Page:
An 82-year-old woman presented to the clinic with a rash on the face that had been present for a few months. She denied any treatment or prior occurrence. Her medical history was remarkable for non-Hodgkin lymphoma that had been successfully treated with chemotherapy 4 years prior. Additionally, she recently had been diagnosed with stage IV colon cancer. She reported that surgery had been scheduled and she would start adjuvant chemotherapy soon after.
On physical examination she exhibited perioral and perinasal erythematous papules with sparing of the vermilion border. A diagnosis of perioral dermatitis was made, and she was started on topical metronidazole. At 1-month follow-up, her condition had slightly worsened and she was subsequently started on doxycycline. When she returned to the clinic again the following month, physical examination revealed agminated folliculocentric papules with central spicules on the face, nose, ears, upper extremities (Figure 1), and trunk. The differential diagnosis included multiple minute digitate hyperkeratosis, spiculosis of multiple myeloma, and trichodysplasia spinulosa (TS).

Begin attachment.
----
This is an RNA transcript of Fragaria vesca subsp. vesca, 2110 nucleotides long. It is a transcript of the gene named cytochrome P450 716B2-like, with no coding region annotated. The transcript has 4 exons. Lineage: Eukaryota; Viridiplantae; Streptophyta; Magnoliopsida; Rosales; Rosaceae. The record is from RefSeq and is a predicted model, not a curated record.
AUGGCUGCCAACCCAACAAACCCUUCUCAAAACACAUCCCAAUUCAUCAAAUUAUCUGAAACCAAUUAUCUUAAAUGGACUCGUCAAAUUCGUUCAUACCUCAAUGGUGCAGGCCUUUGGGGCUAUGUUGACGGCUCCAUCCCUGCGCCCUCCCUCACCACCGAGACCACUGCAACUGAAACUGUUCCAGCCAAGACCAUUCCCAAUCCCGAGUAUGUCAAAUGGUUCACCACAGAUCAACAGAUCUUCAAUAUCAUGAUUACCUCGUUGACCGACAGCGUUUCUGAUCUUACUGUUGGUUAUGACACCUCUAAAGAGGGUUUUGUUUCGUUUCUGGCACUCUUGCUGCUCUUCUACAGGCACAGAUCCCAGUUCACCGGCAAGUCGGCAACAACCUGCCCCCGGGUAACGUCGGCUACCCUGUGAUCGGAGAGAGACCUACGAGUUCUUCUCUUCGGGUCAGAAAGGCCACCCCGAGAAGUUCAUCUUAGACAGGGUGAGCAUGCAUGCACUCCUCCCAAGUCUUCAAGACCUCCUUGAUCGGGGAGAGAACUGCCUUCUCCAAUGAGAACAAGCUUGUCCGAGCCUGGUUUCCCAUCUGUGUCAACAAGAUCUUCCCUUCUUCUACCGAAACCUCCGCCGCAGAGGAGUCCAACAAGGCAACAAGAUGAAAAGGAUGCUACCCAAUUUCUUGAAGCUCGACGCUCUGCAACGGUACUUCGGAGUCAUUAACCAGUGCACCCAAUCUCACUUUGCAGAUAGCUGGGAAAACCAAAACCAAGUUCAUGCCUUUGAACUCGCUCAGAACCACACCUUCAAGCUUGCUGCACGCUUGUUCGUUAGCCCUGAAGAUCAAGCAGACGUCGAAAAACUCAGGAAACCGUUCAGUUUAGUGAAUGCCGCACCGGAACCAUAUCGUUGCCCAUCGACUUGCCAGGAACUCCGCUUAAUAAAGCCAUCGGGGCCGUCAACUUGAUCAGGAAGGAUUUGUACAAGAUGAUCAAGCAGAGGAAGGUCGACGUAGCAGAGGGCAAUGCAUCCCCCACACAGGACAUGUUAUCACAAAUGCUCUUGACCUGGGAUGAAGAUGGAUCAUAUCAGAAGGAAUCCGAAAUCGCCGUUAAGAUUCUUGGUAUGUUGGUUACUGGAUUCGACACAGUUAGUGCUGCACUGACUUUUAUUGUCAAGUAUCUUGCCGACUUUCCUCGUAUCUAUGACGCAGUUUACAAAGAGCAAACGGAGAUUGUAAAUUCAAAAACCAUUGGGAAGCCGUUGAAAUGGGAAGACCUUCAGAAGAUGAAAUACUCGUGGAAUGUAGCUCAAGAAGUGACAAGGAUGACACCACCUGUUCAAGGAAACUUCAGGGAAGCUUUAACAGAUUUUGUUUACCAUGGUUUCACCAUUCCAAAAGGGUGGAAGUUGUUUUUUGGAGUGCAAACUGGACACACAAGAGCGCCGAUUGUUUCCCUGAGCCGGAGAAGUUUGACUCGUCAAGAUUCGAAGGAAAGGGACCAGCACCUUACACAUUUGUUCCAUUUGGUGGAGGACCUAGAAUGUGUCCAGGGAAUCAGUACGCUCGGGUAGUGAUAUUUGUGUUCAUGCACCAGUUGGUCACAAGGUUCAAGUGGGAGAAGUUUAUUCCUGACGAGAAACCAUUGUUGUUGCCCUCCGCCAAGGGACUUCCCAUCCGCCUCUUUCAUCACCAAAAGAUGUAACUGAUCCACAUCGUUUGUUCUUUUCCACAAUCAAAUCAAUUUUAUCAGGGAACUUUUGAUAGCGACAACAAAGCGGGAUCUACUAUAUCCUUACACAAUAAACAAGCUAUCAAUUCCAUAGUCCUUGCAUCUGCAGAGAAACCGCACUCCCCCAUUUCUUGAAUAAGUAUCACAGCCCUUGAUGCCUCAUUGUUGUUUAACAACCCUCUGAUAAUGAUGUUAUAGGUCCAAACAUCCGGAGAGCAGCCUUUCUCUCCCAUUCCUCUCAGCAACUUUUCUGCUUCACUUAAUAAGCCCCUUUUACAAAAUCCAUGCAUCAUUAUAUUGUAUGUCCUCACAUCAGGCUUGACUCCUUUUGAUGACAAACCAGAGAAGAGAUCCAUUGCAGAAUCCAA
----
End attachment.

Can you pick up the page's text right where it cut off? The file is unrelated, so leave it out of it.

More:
A punch biopsy of 2 separate papules on the face and upper extremity revealed dilated follicles with enlarged trichohyalin granules and dyskeratosis (Figure 2), consistent with TS. Additional testing such as electron microscopy or polymerase chain reaction was not performed to keep the patient’s medical costs down; also, the strong clinical and histopathologic evidence did not warrant further testing.
The plan was to start split-face treatment with topical acyclovir and a topical retinoid to see which agent was more effective, but the patient declined until her chemotherapy regimen had concluded. Unfortunately, the patient died 3 months later due to colon cancer.